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Einstein

Relativity: The Special and General Theory
Albert Einstein: Relativity
Part I: The Special Theory of Relativity
The Lorentz Transformation
The results of the last three sections show that the apparent incompatibility of the law of
propagation of light with the principle of relativity (Section 7) has been derived by means of a
consideration which borrowed two unjustifiable hypotheses from classical mechanics; these are as
follows:
(1) The time−interval (time) between two events is independent of the condition of motion of the
body of reference.
(2) The space−interval (distance) between two points of a rigid body is independent of the condition
of motion of the body of reference.
If we drop these hypotheses, then the dilemma of Section 7 disappears, because the theorem of
the addition of velocities derived in Section 6 becomes invalid. The possibility presents itself that
the law of the propagation of light in vacuo may be compatible with the principle of relativity, and
the question arises: How have we to modify the considerations of Section 6 in order to remove the
apparent disagreement between these two fundamental results of experience? This question leads
to a general one. In the discussion of Section 6 we have to do with places and times relative both to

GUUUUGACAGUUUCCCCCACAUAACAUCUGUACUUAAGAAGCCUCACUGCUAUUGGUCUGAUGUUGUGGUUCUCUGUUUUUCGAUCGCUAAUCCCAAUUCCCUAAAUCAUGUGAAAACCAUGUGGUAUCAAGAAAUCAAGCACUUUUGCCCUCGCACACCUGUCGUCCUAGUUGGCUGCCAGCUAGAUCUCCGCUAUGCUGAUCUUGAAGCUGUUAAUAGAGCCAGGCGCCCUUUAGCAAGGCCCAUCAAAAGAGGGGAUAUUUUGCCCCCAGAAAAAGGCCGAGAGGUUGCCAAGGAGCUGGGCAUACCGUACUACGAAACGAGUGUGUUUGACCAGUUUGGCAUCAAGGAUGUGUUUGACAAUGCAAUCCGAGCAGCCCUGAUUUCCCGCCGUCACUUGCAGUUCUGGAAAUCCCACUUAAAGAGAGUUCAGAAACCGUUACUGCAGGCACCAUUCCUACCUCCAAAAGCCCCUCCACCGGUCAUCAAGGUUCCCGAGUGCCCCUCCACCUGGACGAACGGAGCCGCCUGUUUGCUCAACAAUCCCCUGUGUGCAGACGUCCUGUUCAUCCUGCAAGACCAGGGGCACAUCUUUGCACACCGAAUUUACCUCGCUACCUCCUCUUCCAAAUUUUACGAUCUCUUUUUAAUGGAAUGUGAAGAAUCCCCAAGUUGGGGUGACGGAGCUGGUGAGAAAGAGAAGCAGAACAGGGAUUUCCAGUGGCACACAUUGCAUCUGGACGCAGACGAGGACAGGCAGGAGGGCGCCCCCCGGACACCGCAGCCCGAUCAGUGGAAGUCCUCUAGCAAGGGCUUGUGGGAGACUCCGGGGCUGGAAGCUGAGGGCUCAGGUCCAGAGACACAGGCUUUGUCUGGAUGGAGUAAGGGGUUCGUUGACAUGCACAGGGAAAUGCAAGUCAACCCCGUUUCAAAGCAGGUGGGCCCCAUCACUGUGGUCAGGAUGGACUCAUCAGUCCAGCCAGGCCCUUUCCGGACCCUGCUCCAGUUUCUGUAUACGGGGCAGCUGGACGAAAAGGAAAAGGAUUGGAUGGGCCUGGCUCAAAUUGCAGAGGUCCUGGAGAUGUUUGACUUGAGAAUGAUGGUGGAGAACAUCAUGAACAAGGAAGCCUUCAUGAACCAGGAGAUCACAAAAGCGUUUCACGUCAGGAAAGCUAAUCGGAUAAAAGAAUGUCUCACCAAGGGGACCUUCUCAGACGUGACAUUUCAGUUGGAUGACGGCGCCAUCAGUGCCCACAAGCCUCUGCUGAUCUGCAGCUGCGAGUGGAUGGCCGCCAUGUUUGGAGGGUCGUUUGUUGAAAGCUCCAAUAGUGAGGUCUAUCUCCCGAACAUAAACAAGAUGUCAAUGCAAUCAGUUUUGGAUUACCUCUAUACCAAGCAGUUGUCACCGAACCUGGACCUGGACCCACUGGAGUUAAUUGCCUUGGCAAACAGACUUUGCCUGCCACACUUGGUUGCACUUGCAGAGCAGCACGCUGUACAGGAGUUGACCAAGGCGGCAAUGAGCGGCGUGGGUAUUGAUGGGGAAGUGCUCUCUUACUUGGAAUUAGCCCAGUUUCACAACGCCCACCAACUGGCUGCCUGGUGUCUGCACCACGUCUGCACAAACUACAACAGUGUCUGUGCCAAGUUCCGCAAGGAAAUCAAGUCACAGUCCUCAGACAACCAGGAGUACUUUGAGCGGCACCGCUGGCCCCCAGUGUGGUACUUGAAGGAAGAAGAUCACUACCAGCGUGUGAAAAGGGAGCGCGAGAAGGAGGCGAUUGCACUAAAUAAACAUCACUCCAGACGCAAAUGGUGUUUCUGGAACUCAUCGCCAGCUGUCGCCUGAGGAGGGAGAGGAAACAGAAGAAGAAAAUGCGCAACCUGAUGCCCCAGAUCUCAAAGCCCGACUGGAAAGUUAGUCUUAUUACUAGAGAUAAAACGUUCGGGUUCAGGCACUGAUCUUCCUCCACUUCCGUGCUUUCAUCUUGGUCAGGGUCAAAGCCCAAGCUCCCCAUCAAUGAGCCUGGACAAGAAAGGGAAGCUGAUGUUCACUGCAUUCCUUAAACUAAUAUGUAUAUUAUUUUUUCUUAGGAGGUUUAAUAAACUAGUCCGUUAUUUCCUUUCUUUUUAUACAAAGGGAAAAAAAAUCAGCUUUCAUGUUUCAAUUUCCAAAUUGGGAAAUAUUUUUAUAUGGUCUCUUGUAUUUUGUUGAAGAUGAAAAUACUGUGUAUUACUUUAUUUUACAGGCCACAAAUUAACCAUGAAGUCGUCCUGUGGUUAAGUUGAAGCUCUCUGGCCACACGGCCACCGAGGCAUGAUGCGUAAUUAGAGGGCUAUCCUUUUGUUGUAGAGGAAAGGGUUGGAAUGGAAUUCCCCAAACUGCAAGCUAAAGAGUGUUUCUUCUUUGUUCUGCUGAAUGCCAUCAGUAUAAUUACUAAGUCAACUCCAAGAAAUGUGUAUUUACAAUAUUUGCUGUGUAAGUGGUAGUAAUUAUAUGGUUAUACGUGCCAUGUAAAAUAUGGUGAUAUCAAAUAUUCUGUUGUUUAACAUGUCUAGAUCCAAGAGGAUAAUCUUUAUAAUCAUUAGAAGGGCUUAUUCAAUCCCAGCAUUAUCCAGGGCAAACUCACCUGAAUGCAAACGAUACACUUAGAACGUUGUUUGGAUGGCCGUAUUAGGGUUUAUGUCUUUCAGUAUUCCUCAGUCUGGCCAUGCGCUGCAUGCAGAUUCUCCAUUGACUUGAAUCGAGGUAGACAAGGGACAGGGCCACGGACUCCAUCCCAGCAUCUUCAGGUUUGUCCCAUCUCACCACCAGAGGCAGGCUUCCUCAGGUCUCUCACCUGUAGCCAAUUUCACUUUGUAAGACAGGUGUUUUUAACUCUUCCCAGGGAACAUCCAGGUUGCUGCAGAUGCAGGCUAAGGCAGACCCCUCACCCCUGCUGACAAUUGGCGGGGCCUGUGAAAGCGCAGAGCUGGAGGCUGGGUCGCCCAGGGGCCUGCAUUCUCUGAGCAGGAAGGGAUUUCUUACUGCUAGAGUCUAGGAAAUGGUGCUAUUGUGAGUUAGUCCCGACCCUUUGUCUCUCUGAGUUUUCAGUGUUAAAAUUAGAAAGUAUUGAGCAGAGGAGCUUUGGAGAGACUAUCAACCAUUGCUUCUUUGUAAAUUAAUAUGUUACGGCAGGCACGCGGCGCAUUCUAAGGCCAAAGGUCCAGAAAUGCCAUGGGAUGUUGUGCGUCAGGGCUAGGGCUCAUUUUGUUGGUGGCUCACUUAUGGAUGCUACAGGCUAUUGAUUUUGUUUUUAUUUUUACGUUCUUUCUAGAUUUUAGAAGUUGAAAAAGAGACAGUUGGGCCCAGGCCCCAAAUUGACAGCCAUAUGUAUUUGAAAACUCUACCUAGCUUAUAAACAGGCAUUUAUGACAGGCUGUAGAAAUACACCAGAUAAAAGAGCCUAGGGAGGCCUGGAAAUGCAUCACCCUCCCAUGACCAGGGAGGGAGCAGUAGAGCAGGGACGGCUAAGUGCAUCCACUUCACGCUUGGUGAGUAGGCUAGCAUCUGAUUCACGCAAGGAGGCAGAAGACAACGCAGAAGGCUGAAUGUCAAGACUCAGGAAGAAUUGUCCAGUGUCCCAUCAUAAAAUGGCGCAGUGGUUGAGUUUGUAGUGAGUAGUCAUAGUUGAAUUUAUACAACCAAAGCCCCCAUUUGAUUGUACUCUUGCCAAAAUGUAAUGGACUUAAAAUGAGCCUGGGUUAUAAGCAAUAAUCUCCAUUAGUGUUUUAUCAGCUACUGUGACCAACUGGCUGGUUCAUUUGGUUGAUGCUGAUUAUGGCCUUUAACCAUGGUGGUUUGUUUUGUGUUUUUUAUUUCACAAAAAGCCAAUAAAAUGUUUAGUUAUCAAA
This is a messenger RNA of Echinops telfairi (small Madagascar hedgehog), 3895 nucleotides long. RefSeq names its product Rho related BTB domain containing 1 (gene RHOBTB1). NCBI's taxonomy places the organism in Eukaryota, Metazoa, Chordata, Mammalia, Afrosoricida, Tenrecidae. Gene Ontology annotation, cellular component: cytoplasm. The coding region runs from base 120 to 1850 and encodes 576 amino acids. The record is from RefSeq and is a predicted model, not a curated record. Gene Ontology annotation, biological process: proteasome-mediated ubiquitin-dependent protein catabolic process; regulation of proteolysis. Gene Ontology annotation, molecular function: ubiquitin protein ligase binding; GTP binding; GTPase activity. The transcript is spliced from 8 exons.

the train and to the embankment. How are we to find the place and time of an event in relation to
the train, when we know the place and time of the event with respect to the railway embankment ?
Is there a thinkable answer to this question of such a nature that the law of transmission of light in
vacuo does not contradict the principle of relativity ? In other words : Can we conceive of a relation
between place and time of the individual events relative to both reference−bodies, such that every
ray of light possesses the velocity of transmission c relative to the embankment and relative to the
train ? This question leads to a quite definite positive answer, and to a perfectly definite
transformation law for the space−time magnitudes of an event when changing over from one body
of reference to another.
Before we deal with this, we shall introduce the following incidental consideration. Up to the present
we have only considered events taking place along the embankment, which had mathematically to
assume the function of a straight line. In the manner indicated in Section 2 we can imagine this
reference−body supplemented laterally and in a vertical direction by means of a framework of rods,
so that an event which takes place anywhere can be localised with reference to this framework.
Similarly, we can imagine the train travelling with the velocity v to
be continued across the whole of space, so that every event, no matter how far off it may be, could
also be localised with respect to the second framework. Without committing any fundamental error,
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